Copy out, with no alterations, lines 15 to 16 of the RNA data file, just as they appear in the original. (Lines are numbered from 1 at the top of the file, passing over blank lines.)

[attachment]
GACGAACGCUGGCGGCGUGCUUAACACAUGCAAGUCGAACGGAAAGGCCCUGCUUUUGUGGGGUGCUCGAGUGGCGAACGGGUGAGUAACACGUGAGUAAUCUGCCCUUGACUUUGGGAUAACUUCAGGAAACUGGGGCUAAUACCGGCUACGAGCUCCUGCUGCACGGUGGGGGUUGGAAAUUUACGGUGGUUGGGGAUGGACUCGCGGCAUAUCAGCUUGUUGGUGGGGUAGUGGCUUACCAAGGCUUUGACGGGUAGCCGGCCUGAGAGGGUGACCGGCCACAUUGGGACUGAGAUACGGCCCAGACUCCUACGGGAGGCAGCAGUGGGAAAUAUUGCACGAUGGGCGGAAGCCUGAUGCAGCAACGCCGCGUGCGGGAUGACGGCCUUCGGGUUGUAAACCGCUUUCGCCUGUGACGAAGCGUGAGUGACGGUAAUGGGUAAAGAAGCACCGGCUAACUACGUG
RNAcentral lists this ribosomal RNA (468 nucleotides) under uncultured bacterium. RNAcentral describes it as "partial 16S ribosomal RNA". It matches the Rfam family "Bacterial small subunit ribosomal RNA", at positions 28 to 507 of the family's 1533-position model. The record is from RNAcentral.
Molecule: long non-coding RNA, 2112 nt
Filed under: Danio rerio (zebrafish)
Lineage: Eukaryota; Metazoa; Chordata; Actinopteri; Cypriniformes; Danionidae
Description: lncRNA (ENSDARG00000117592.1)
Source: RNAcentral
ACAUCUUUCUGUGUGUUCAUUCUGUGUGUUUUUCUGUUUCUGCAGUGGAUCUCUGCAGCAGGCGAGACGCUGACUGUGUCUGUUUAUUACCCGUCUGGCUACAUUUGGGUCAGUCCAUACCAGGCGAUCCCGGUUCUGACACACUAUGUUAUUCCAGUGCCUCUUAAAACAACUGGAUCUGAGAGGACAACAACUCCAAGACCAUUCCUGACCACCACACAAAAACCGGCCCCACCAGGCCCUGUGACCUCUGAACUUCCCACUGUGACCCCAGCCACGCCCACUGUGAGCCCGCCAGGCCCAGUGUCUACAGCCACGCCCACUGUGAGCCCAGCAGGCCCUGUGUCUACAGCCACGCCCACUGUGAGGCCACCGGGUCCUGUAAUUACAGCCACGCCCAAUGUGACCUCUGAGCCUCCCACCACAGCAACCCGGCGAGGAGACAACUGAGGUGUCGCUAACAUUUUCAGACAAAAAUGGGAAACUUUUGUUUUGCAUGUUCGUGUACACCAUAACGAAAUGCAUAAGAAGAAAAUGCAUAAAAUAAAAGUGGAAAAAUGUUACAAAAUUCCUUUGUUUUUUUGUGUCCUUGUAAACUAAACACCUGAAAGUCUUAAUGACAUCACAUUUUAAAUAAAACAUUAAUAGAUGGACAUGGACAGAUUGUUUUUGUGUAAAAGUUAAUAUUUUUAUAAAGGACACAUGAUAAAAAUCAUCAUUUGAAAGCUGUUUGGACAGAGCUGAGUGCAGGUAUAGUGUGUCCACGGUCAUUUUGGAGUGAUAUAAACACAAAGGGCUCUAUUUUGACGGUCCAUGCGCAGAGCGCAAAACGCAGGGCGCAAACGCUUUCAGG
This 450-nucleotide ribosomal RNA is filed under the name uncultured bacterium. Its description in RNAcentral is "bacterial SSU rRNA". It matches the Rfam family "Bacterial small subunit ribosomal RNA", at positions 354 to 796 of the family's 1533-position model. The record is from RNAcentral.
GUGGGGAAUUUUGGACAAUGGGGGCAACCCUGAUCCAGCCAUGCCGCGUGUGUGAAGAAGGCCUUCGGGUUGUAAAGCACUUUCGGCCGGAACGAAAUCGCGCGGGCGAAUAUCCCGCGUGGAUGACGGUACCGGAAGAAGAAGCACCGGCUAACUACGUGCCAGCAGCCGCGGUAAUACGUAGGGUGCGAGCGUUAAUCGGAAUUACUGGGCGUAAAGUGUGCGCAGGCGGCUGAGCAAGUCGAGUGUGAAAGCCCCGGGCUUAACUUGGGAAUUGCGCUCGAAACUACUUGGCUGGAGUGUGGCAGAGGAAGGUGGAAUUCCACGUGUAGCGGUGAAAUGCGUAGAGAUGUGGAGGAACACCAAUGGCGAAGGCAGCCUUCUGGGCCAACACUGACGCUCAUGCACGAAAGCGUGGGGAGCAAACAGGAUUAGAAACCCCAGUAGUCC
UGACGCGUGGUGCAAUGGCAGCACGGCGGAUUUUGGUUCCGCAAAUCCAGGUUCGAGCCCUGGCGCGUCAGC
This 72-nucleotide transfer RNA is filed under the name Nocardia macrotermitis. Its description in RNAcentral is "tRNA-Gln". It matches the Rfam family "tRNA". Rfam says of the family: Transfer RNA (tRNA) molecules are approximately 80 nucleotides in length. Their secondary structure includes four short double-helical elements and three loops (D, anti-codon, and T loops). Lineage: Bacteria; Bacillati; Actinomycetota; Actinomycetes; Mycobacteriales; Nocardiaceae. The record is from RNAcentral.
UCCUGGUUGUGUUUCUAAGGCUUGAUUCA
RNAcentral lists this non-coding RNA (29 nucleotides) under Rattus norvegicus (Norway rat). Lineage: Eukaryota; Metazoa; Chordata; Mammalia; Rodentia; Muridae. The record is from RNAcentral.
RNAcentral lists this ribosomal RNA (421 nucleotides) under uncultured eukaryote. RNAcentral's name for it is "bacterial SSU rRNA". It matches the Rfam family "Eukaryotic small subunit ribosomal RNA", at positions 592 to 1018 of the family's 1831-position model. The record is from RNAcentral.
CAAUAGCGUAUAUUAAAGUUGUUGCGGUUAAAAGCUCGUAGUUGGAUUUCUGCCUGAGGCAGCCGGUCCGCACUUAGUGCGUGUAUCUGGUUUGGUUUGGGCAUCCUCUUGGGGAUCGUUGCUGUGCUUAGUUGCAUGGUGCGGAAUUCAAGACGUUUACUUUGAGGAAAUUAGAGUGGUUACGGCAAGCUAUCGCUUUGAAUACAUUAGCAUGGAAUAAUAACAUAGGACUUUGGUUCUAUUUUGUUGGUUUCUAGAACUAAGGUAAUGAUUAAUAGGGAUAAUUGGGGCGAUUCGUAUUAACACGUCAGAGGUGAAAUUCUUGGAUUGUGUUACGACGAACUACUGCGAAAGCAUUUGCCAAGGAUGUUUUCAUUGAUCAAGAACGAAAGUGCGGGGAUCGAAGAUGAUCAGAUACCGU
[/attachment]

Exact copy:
RNAcentral lists this ribosomal RNA (421 nucleotides) under uncultured eukaryote. RNAcentral's name for it is "bacterial SSU rRNA". It matches the Rfam family "Eukaryotic small subunit ribosomal RNA", at positions 592 to 1018 of the family's 1831-position model. The record is from RNAcentral.
CAAUAGCGUAUAUUAAAGUUGUUGCGGUUAAAAGCUCGUAGUUGGAUUUCUGCCUGAGGCAGCCGGUCCGCACUUAGUGCGUGUAUCUGGUUUGGUUUGGGCAUCCUCUUGGGGAUCGUUGCUGUGCUUAGUUGCAUGGUGCGGAAUUCAAGACGUUUACUUUGAGGAAAUUAGAGUGGUUACGGCAAGCUAUCGCUUUGAAUACAUUAGCAUGGAAUAAUAACAUAGGACUUUGGUUCUAUUUUGUUGGUUUCUAGAACUAAGGUAAUGAUUAAUAGGGAUAAUUGGGGCGAUUCGUAUUAACACGUCAGAGGUGAAAUUCUUGGAUUGUGUUACGACGAACUACUGCGAAAGCAUUUGCCAAGGAUGUUUUCAUUGAUCAAGAACGAAAGUGCGGGGAUCGAAGAUGAUCAGAUACCGU